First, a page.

A Crimean delegation visited the Syrian capital of Damascus on Tuesday. (Youssef Badawi/EPA-EFE)

MOSCOW — It would be one of the world’s more unusual direct flights.

But bringing Syrian soldiers and civilians to a Black Sea resort is exactly what was on offer Tuesday, when a delegation from Crimea visited Damascus, the Syrian capital.

“We understand that restrictions related to trade, money transfers and tourism are similar to what we have in Crimea,” said Prime Minister Sergei Aksyonov, Russia’s top official there. Both Syria and Crimea, which Russia annexed from Ukraine four years ago, have been hit by Western sanctions, and their economies are struggling. “We should turn our minuses into our advantages,” Aksyonov said during his two-day trip to Syria.

The visiting cohort of government officials proposed linking Crimea’s capital of Simferopol by air with Damascus, a flight that would allow “both the civilian population and those who were at war” to vacation at a resort, according to Crimean tourism minister Vadim Volchenko. If established, the flight would be the first of its kind. Despite having a sleek new international airport, Crimea has not had international flights since its annexation.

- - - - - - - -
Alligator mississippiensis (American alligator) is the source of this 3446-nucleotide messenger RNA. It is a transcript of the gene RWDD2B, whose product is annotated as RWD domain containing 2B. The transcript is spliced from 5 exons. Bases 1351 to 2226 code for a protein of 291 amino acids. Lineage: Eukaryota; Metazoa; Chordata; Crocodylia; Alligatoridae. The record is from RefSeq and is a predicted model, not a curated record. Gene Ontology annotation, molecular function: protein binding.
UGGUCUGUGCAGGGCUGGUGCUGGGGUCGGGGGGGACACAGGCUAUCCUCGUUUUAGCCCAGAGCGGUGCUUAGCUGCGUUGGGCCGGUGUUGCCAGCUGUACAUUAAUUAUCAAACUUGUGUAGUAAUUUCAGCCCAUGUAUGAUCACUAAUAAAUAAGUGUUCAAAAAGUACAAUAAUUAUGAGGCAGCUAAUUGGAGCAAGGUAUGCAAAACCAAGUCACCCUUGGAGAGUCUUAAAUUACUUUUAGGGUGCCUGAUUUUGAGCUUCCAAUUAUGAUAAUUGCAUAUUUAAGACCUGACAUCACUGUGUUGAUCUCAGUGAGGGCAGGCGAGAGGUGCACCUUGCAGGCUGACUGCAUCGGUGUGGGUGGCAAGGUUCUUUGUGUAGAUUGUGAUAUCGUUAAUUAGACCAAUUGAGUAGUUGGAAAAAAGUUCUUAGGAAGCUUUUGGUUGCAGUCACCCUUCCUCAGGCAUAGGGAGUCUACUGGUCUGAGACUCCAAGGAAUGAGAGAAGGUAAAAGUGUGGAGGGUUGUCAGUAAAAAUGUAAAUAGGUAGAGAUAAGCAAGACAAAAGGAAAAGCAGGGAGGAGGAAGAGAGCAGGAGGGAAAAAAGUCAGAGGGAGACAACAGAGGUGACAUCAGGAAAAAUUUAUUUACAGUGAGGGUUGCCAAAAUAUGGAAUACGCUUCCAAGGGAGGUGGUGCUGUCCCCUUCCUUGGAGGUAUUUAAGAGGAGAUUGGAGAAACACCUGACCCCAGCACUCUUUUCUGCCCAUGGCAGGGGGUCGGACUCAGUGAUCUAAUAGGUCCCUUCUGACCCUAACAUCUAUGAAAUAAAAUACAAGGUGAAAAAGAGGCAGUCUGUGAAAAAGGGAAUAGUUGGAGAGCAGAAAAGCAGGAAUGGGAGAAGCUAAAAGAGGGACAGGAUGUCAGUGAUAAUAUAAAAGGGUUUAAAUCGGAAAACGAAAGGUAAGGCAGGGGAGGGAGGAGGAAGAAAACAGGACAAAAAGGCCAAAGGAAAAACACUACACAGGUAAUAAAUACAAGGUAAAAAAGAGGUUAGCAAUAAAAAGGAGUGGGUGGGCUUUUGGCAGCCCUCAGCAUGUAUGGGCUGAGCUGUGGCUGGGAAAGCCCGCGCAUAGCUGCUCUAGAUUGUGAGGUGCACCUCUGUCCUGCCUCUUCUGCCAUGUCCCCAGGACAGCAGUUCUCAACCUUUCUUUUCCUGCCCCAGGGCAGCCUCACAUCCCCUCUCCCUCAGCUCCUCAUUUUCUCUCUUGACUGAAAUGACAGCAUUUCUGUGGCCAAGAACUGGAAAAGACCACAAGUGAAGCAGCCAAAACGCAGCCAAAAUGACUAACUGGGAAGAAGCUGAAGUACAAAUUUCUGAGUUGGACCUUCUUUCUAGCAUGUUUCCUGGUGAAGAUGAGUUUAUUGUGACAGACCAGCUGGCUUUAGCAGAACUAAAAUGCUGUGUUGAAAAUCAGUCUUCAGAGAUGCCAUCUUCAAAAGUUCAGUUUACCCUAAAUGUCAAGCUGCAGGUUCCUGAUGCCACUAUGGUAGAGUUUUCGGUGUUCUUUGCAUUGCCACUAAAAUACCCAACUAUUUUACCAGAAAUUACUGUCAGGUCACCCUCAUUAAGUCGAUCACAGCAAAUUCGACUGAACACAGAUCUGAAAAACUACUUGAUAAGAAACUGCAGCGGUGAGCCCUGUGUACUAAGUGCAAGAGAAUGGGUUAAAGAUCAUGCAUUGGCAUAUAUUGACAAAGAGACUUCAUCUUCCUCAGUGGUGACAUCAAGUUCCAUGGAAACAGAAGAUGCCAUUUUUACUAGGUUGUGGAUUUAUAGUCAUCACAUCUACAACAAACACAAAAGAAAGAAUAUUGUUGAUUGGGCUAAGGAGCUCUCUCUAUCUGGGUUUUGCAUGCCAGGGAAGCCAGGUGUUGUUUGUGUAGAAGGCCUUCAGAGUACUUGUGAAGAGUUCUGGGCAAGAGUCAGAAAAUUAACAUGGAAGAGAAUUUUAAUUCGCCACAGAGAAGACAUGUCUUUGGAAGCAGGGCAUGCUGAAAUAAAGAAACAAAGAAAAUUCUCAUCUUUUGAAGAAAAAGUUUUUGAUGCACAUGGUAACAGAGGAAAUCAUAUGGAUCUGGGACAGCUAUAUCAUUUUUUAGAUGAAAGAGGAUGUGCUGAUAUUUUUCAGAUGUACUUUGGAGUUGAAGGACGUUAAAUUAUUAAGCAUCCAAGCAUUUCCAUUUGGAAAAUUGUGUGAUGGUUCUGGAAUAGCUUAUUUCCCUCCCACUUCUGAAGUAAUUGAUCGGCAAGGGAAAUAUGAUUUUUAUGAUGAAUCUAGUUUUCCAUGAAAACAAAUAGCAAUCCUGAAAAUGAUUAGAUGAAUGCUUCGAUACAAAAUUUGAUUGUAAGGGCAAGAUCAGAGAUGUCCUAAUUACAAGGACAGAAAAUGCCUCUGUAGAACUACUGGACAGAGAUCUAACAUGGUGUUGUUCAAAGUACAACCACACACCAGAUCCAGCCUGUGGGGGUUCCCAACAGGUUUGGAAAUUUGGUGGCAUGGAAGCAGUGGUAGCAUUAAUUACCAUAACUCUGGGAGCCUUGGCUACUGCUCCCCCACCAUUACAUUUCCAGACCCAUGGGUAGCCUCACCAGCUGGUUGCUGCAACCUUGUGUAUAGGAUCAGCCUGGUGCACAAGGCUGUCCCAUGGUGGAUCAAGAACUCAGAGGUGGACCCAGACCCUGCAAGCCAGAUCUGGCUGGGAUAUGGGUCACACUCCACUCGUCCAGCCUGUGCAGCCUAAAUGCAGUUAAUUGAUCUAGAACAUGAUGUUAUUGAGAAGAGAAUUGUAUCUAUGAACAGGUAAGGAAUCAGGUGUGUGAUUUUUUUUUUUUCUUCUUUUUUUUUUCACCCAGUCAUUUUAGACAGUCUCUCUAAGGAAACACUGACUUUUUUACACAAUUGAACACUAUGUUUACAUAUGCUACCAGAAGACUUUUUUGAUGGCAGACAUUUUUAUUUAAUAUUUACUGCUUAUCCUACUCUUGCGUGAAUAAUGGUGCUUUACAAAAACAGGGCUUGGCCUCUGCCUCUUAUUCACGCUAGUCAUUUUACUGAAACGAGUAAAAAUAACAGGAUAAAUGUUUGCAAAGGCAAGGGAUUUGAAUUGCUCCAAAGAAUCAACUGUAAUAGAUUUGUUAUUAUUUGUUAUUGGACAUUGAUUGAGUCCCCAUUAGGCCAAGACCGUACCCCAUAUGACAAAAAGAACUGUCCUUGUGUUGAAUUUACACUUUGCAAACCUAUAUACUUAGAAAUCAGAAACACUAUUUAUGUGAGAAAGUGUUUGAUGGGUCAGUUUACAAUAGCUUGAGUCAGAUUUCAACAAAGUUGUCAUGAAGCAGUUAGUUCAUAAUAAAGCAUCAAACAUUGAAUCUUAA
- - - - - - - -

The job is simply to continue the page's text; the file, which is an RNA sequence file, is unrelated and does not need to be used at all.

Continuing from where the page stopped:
The Syrian leadership got a taste of the Crimean seaside last summer, when the three teenage children of President Bashar al-Assad stayed at a resort that had been lavishly rebuilt with Kremlin funding. That trip highlighted just how close Assad’s ties with Russia have become since Moscow entered the Syrian conflict three years ago.

On his Instagram feed Tuesday, Aksyonov posted photos of meeting Assad in Damascus. Aksyonov bestowed the Syrian leader with a miniature version of a monument installed by Russia in Crimea in 2015, which honored its soldiers.

In return, Syrian officials gave the visitors baklava.

This is not the first time Crimea and Syria have attempted to forge closer ties. Last year, Crimea increased its grain exports to the Arab country, ensuring Assad could maintain production of the subsidized bread upon which his population so deeply relies.